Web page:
By Stephanie Cavanaugh
IT’S BEEN MANY years (man years) since My Prince, in a burst of enthusiasm, not only began, but finished, five beautiful window boxes for the front of the house. We’d just returned from London and were both taken with the boxes that seemed to adorn every other window there, dripping with ivy and perky with geraniums.
It was late January. What a delightful shock when shivering in my shoes. Winter flowers! Can we do this?
We had tried before, with pretty clay boxes that rested on the sills, heavy enough, and narrow enough, that they posed minor danger to anyone standing beneath. A concussion perhaps, but not death. They were also totally inadequate for anything but cacti—unless they were watered morning and night throughout the summer; forget the winter, when the boxes were in danger of freezing and breaking.
The British boxes were big, wide, deep, and overflowing with plants that actually had room for roots. Who’da thunk it?
So, it was the first order of business when we got home. It’s rare when we agree, me and the Prince, particularly when it’s me who does the imagining and he who is tasked with the doing. Most times foot-dragging occurs. But this time, do it he did. The boxes aren’t quite as big as some we saw in London, but big enough, spanning the width of each of the windows on the first and second floors. Deep and heavy enough to decapitate if they fell, so they were well supported and painted deep purple to match the front door and trim.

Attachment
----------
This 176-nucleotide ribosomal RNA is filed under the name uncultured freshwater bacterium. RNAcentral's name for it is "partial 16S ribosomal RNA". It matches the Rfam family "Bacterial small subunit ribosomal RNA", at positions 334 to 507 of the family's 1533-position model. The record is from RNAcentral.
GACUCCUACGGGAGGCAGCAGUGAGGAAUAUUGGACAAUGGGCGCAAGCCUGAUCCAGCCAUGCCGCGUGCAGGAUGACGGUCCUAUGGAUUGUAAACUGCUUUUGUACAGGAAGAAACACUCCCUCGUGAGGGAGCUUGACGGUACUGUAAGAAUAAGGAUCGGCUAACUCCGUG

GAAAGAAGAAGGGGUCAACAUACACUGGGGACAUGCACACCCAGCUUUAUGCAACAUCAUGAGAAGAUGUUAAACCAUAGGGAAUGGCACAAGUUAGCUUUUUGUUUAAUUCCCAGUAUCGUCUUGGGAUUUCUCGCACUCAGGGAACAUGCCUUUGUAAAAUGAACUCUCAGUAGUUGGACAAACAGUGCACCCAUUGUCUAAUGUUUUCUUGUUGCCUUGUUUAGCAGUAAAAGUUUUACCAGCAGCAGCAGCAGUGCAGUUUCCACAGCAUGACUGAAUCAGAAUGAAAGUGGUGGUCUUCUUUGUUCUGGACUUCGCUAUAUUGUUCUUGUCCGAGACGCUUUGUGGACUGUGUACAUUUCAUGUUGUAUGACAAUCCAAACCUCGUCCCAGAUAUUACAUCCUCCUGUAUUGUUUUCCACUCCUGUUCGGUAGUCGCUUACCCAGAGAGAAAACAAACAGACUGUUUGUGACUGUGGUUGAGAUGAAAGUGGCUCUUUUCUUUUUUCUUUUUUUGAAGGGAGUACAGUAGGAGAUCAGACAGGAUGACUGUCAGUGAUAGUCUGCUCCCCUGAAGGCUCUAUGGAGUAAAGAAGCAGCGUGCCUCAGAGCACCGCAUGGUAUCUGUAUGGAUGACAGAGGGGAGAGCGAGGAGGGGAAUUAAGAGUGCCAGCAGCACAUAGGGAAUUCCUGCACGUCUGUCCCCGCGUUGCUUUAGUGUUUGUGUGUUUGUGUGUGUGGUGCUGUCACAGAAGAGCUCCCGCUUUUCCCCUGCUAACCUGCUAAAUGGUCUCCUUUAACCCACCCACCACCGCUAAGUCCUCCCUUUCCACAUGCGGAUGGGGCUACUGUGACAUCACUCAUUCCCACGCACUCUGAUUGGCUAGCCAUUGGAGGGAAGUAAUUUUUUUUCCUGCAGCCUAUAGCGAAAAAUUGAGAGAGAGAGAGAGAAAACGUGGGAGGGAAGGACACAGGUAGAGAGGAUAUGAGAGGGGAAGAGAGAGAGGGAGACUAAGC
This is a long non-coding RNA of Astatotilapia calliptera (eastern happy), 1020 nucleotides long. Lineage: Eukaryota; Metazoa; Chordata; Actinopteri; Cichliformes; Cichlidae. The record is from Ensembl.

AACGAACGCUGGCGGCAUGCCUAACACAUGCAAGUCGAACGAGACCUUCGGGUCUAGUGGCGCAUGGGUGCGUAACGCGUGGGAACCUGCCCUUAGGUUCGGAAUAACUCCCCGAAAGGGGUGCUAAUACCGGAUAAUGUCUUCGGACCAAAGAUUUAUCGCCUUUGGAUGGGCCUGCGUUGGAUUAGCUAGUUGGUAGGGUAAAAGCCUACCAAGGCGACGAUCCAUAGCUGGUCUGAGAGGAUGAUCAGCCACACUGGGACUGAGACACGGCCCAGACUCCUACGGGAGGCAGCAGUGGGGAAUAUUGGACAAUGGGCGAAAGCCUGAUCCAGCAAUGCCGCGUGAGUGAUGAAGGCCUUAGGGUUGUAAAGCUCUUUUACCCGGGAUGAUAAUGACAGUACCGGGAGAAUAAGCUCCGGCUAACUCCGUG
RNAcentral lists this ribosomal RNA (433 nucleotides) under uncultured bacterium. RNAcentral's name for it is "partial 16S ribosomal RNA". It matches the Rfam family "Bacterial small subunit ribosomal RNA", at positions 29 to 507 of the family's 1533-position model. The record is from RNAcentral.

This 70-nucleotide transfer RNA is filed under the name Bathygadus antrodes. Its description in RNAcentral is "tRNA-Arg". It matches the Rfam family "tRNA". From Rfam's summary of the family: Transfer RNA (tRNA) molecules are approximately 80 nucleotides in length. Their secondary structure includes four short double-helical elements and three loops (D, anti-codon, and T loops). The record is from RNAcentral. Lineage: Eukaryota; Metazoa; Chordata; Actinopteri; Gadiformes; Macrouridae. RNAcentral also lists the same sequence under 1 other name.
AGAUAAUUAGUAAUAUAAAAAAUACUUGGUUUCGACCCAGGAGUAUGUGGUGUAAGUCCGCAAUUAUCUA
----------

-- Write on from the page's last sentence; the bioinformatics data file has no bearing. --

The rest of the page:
I bought a fine book on window boxes, filled with delightful photos—but there was nothing I could find about maintaining them year-round. This is something I still rarely see—and yet it’s no more difficult than summer boxes. Just different.
Other than the corners, each of which has clumps of ivy and a few patches of sedum, the boxes are changed out with the seasons. Last weekend I pulled up most of the summer stuff, which was growing raggedy and browning, cutting back but leaving the sweet-potato vine for a little frill at the front and keeping sprigs of purple tradescantia and spikes. Though they’re both doomed when we have a frost, their presence does temporarily enliven the texture.
The soil was freshened up, scooping out some of the old and putting in some new. The highly scented Earlicheer double daffodils I got from Colorblends, and wrote about last week, were put in the holes and topped with pansies and small ornamental cabbages. I lucked into those little ones: Big ones are plentiful, and the little ones often hard to find, but it’s best to use them in boxes, letting them grow up in place.
Blanketed in soil, the daff bulbs will grow and push up their creamy white heads, which resemble little roses or gardenias, past the flowers, and burst into perfumed bliss as promised. (Colorblends is out of Earlicheer, but I see that White Flower Farms has them in stock).
To give the boxes some height in the back, I stuck in dried fan-palm leaves that I picked up on sale at Lowe’s. These were spray-painted leafy green, which you should note is a great remedy for many flower failures. (Hello, boxwood!)
Next up, Thanksgiving, and then the winter tart-up will take place, bows and balls and lights . . . oh my.